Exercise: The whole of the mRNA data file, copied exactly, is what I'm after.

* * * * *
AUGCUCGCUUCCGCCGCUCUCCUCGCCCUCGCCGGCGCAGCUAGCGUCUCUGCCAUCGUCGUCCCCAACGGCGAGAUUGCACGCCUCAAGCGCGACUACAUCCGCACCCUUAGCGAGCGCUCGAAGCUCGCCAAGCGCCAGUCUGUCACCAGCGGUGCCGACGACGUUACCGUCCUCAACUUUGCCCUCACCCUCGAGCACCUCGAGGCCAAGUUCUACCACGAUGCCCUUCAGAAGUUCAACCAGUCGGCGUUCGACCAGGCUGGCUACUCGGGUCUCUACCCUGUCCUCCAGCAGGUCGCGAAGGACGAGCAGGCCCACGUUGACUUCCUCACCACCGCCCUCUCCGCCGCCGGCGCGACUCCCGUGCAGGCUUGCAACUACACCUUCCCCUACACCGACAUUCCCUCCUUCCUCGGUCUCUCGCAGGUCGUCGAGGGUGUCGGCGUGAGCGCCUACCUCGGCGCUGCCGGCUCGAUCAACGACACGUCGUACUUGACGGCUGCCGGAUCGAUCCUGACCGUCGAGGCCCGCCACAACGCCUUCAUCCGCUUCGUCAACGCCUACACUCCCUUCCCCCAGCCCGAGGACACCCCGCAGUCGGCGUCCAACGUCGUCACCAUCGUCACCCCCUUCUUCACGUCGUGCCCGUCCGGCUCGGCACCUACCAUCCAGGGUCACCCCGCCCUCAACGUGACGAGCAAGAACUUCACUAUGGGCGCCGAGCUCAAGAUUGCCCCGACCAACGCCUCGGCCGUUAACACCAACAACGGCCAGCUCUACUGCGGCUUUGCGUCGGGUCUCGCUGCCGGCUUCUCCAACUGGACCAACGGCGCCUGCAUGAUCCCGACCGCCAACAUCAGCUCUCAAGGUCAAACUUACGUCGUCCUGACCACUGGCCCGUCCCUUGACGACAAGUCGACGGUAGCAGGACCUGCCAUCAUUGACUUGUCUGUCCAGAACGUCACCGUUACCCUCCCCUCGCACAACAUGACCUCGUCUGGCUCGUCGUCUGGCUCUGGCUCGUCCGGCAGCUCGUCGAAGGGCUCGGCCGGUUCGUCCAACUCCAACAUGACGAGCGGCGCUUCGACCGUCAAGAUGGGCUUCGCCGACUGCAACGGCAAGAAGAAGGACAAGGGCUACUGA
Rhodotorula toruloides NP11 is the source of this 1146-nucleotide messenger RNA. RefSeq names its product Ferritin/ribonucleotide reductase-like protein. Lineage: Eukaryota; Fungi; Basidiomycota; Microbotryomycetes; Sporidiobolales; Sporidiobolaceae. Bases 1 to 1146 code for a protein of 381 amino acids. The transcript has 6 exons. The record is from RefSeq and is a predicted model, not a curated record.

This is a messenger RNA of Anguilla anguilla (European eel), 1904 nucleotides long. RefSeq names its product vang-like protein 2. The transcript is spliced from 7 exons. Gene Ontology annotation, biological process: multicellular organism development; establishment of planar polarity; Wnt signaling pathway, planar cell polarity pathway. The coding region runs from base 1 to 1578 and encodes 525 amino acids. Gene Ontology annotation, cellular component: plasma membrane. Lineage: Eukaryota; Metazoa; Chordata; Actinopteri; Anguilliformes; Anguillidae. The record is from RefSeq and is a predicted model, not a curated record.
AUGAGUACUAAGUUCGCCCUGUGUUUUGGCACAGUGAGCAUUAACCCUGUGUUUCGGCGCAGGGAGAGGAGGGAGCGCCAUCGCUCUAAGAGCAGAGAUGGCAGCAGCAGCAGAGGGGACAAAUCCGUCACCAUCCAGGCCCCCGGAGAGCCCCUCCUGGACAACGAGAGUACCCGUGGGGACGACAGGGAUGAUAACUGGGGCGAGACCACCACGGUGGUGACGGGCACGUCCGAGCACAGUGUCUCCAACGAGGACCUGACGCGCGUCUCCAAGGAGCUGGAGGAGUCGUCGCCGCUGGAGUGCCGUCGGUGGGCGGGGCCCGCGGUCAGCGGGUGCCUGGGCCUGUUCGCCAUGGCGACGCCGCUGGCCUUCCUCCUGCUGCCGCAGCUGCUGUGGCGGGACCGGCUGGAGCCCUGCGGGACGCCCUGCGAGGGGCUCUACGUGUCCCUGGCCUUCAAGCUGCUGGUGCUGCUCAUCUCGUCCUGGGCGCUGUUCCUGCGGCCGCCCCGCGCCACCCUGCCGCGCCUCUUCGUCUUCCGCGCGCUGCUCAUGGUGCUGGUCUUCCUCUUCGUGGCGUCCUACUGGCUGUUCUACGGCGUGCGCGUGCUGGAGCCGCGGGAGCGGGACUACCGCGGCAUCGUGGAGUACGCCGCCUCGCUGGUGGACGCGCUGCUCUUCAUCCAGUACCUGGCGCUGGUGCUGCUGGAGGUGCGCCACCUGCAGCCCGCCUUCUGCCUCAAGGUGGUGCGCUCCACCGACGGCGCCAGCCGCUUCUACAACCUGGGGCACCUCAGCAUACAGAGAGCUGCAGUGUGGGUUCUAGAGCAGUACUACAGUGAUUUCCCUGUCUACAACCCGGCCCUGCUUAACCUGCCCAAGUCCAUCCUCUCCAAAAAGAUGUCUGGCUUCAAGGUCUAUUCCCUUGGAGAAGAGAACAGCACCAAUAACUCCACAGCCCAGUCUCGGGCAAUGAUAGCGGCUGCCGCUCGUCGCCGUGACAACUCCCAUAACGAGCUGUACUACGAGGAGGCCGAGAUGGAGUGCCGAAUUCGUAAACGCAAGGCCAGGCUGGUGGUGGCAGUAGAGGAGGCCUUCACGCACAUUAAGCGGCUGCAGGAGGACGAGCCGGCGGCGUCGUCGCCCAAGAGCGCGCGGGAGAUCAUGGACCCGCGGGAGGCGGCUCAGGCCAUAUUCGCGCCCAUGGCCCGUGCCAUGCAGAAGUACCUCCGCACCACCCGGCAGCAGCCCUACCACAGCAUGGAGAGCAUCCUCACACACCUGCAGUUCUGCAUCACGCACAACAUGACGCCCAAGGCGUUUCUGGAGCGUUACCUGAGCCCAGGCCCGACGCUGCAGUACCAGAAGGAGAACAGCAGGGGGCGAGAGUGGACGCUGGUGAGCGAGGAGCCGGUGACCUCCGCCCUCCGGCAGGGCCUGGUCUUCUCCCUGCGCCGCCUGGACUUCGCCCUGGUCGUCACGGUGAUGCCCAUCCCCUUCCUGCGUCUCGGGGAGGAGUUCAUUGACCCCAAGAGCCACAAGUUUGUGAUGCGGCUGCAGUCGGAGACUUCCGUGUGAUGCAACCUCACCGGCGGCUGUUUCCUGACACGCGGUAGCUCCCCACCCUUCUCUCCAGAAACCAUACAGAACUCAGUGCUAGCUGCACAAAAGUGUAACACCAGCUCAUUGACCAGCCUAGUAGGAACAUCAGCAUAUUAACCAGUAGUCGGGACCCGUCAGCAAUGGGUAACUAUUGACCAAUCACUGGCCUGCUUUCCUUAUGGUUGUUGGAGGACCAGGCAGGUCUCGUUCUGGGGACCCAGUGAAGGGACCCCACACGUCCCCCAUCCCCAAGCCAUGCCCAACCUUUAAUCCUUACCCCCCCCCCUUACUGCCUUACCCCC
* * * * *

AUGCUCGCUUCCGCCGCUCUCCUCGCCCUCGCCGGCGCAGCUAGCGUCUCUGCCAUCGUCGUCCCCAACGGCGAGAUUGCACGCCUCAAGCGCGACUACAUCCGCACCCUUAGCGAGCGCUCGAAGCUCGCCAAGCGCCAGUCUGUCACCAGCGGUGCCGACGACGUUACCGUCCUCAACUUUGCCCUCACCCUCGAGCACCUCGAGGCCAAGUUCUACCACGAUGCCCUUCAGAAGUUCAACCAGUCGGCGUUCGACCAGGCUGGCUACUCGGGUCUCUACCCUGUCCUCCAGCAGGUCGCGAAGGACGAGCAGGCCCACGUUGACUUCCUCACCACCGCCCUCUCCGCCGCCGGCGCGACUCCCGUGCAGGCUUGCAACUACACCUUCCCCUACACCGACAUUCCCUCCUUCCUCGGUCUCUCGCAGGUCGUCGAGGGUGUCGGCGUGAGCGCCUACCUCGGCGCUGCCGGCUCGAUCAACGACACGUCGUACUUGACGGCUGCCGGAUCGAUCCUGACCGUCGAGGCCCGCCACAACGCCUUCAUCCGCUUCGUCAACGCCUACACUCCCUUCCCCCAGCCCGAGGACACCCCGCAGUCGGCGUCCAACGUCGUCACCAUCGUCACCCCCUUCUUCACGUCGUGCCCGUCCGGCUCGGCACCUACCAUCCAGGGUCACCCCGCCCUCAACGUGACGAGCAAGAACUUCACUAUGGGCGCCGAGCUCAAGAUUGCCCCGACCAACGCCUCGGCCGUUAACACCAACAACGGCCAGCUCUACUGCGGCUUUGCGUCGGGUCUCGCUGCCGGCUUCUCCAACUGGACCAACGGCGCCUGCAUGAUCCCGACCGCCAACAUCAGCUCUCAAGGUCAAACUUACGUCGUCCUGACCACUGGCCCGUCCCUUGACGACAAGUCGACGGUAGCAGGACCUGCCAUCAUUGACUUGUCUGUCCAGAACGUCACCGUUACCCUCCCCUCGCACAACAUGACCUCGUCUGGCUCGUCGUCUGGCUCUGGCUCGUCCGGCAGCUCGUCGAAGGGCUCGGCCGGUUCGUCCAACUCCAACAUGACGAGCGGCGCUUCGACCGUCAAGAUGGGCUUCGCCGACUGCAACGGCAAGAAGAAGGACAAGGGCUACUGA
Rhodotorula toruloides NP11 is the source of this 1146-nucleotide messenger RNA. RefSeq names its product Ferritin/ribonucleotide reductase-like protein. Lineage: Eukaryota; Fungi; Basidiomycota; Microbotryomycetes; Sporidiobolales; Sporidiobolaceae. Bases 1 to 1146 code for a protein of 381 amino acids. The transcript has 6 exons. The record is from RefSeq and is a predicted model, not a curated record.

This is a messenger RNA of Anguilla anguilla (European eel), 1904 nucleotides long. RefSeq names its product vang-like protein 2. The transcript is spliced from 7 exons. Gene Ontology annotation, biological process: multicellular organism development; establishment of planar polarity; Wnt signaling pathway, planar cell polarity pathway. The coding region runs from base 1 to 1578 and encodes 525 amino acids. Gene Ontology annotation, cellular component: plasma membrane. Lineage: Eukaryota; Metazoa; Chordata; Actinopteri; Anguilliformes; Anguillidae. The record is from RefSeq and is a predicted model, not a curated record.
AUGAGUACUAAGUUCGCCCUGUGUUUUGGCACAGUGAGCAUUAACCCUGUGUUUCGGCGCAGGGAGAGGAGGGAGCGCCAUCGCUCUAAGAGCAGAGAUGGCAGCAGCAGCAGAGGGGACAAAUCCGUCACCAUCCAGGCCCCCGGAGAGCCCCUCCUGGACAACGAGAGUACCCGUGGGGACGACAGGGAUGAUAACUGGGGCGAGACCACCACGGUGGUGACGGGCACGUCCGAGCACAGUGUCUCCAACGAGGACCUGACGCGCGUCUCCAAGGAGCUGGAGGAGUCGUCGCCGCUGGAGUGCCGUCGGUGGGCGGGGCCCGCGGUCAGCGGGUGCCUGGGCCUGUUCGCCAUGGCGACGCCGCUGGCCUUCCUCCUGCUGCCGCAGCUGCUGUGGCGGGACCGGCUGGAGCCCUGCGGGACGCCCUGCGAGGGGCUCUACGUGUCCCUGGCCUUCAAGCUGCUGGUGCUGCUCAUCUCGUCCUGGGCGCUGUUCCUGCGGCCGCCCCGCGCCACCCUGCCGCGCCUCUUCGUCUUCCGCGCGCUGCUCAUGGUGCUGGUCUUCCUCUUCGUGGCGUCCUACUGGCUGUUCUACGGCGUGCGCGUGCUGGAGCCGCGGGAGCGGGACUACCGCGGCAUCGUGGAGUACGCCGCCUCGCUGGUGGACGCGCUGCUCUUCAUCCAGUACCUGGCGCUGGUGCUGCUGGAGGUGCGCCACCUGCAGCCCGCCUUCUGCCUCAAGGUGGUGCGCUCCACCGACGGCGCCAGCCGCUUCUACAACCUGGGGCACCUCAGCAUACAGAGAGCUGCAGUGUGGGUUCUAGAGCAGUACUACAGUGAUUUCCCUGUCUACAACCCGGCCCUGCUUAACCUGCCCAAGUCCAUCCUCUCCAAAAAGAUGUCUGGCUUCAAGGUCUAUUCCCUUGGAGAAGAGAACAGCACCAAUAACUCCACAGCCCAGUCUCGGGCAAUGAUAGCGGCUGCCGCUCGUCGCCGUGACAACUCCCAUAACGAGCUGUACUACGAGGAGGCCGAGAUGGAGUGCCGAAUUCGUAAACGCAAGGCCAGGCUGGUGGUGGCAGUAGAGGAGGCCUUCACGCACAUUAAGCGGCUGCAGGAGGACGAGCCGGCGGCGUCGUCGCCCAAGAGCGCGCGGGAGAUCAUGGACCCGCGGGAGGCGGCUCAGGCCAUAUUCGCGCCCAUGGCCCGUGCCAUGCAGAAGUACCUCCGCACCACCCGGCAGCAGCCCUACCACAGCAUGGAGAGCAUCCUCACACACCUGCAGUUCUGCAUCACGCACAACAUGACGCCCAAGGCGUUUCUGGAGCGUUACCUGAGCCCAGGCCCGACGCUGCAGUACCAGAAGGAGAACAGCAGGGGGCGAGAGUGGACGCUGGUGAGCGAGGAGCCGGUGACCUCCGCCCUCCGGCAGGGCCUGGUCUUCUCCCUGCGCCGCCUGGACUUCGCCCUGGUCGUCACGGUGAUGCCCAUCCCCUUCCUGCGUCUCGGGGAGGAGUUCAUUGACCCCAAGAGCCACAAGUUUGUGAUGCGGCUGCAGUCGGAGACUUCCGUGUGAUGCAACCUCACCGGCGGCUGUUUCCUGACACGCGGUAGCUCCCCACCCUUCUCUCCAGAAACCAUACAGAACUCAGUGCUAGCUGCACAAAAGUGUAACACCAGCUCAUUGACCAGCCUAGUAGGAACAUCAGCAUAUUAACCAGUAGUCGGGACCCGUCAGCAAUGGGUAACUAUUGACCAAUCACUGGCCUGCUUUCCUUAUGGUUGUUGGAGGACCAGGCAGGUCUCGUUCUGGGGACCCAGUGAAGGGACCCCACACGUCCCCCAUCCCCAAGCCAUGCCCAACCUUUAAUCCUUACCCCCCCCCCUUACUGCCUUACCCCC